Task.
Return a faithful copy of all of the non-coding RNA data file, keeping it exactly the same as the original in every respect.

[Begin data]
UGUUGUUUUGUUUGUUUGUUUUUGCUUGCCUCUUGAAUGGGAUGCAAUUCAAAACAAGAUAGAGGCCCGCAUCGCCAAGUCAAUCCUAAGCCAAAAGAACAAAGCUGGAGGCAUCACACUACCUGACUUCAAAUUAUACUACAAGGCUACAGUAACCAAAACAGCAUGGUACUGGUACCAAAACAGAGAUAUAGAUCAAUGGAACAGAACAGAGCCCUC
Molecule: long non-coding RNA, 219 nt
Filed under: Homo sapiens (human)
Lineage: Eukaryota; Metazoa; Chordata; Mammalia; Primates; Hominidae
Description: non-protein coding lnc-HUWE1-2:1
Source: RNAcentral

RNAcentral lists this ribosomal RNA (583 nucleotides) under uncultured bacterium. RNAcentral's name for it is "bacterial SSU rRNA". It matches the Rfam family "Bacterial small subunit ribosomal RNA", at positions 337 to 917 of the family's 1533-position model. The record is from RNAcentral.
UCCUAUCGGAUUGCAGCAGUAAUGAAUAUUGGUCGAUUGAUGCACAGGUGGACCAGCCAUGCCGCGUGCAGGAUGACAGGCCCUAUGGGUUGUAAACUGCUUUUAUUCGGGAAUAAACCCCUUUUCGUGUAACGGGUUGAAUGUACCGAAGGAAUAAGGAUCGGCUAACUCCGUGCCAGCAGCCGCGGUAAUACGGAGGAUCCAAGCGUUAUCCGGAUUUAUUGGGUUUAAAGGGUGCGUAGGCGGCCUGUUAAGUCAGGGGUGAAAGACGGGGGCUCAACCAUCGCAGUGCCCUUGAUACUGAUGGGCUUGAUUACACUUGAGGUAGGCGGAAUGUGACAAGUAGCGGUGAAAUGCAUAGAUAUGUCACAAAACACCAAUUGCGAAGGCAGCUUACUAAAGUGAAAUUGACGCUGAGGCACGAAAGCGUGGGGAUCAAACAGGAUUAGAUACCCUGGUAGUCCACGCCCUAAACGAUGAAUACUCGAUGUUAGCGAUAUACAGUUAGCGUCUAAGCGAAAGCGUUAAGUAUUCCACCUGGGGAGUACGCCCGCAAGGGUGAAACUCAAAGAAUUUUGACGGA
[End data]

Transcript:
UGUUGUUUUGUUUGUUUGUUUUUGCUUGCCUCUUGAAUGGGAUGCAAUUCAAAACAAGAUAGAGGCCCGCAUCGCCAAGUCAAUCCUAAGCCAAAAGAACAAAGCUGGAGGCAUCACACUACCUGACUUCAAAUUAUACUACAAGGCUACAGUAACCAAAACAGCAUGGUACUGGUACCAAAACAGAGAUAUAGAUCAAUGGAACAGAACAGAGCCCUC
Molecule: long non-coding RNA, 219 nt
Filed under: Homo sapiens (human)
Lineage: Eukaryota; Metazoa; Chordata; Mammalia; Primates; Hominidae
Description: non-protein coding lnc-HUWE1-2:1
Source: RNAcentral

RNAcentral lists this ribosomal RNA (583 nucleotides) under uncultured bacterium. RNAcentral's name for it is "bacterial SSU rRNA". It matches the Rfam family "Bacterial small subunit ribosomal RNA", at positions 337 to 917 of the family's 1533-position model. The record is from RNAcentral.
UCCUAUCGGAUUGCAGCAGUAAUGAAUAUUGGUCGAUUGAUGCACAGGUGGACCAGCCAUGCCGCGUGCAGGAUGACAGGCCCUAUGGGUUGUAAACUGCUUUUAUUCGGGAAUAAACCCCUUUUCGUGUAACGGGUUGAAUGUACCGAAGGAAUAAGGAUCGGCUAACUCCGUGCCAGCAGCCGCGGUAAUACGGAGGAUCCAAGCGUUAUCCGGAUUUAUUGGGUUUAAAGGGUGCGUAGGCGGCCUGUUAAGUCAGGGGUGAAAGACGGGGGCUCAACCAUCGCAGUGCCCUUGAUACUGAUGGGCUUGAUUACACUUGAGGUAGGCGGAAUGUGACAAGUAGCGGUGAAAUGCAUAGAUAUGUCACAAAACACCAAUUGCGAAGGCAGCUUACUAAAGUGAAAUUGACGCUGAGGCACGAAAGCGUGGGGAUCAAACAGGAUUAGAUACCCUGGUAGUCCACGCCCUAAACGAUGAAUACUCGAUGUUAGCGAUAUACAGUUAGCGUCUAAGCGAAAGCGUUAAGUAUUCCACCUGGGGAGUACGCCCGCAAGGGUGAAACUCAAAGAAUUUUGACGGA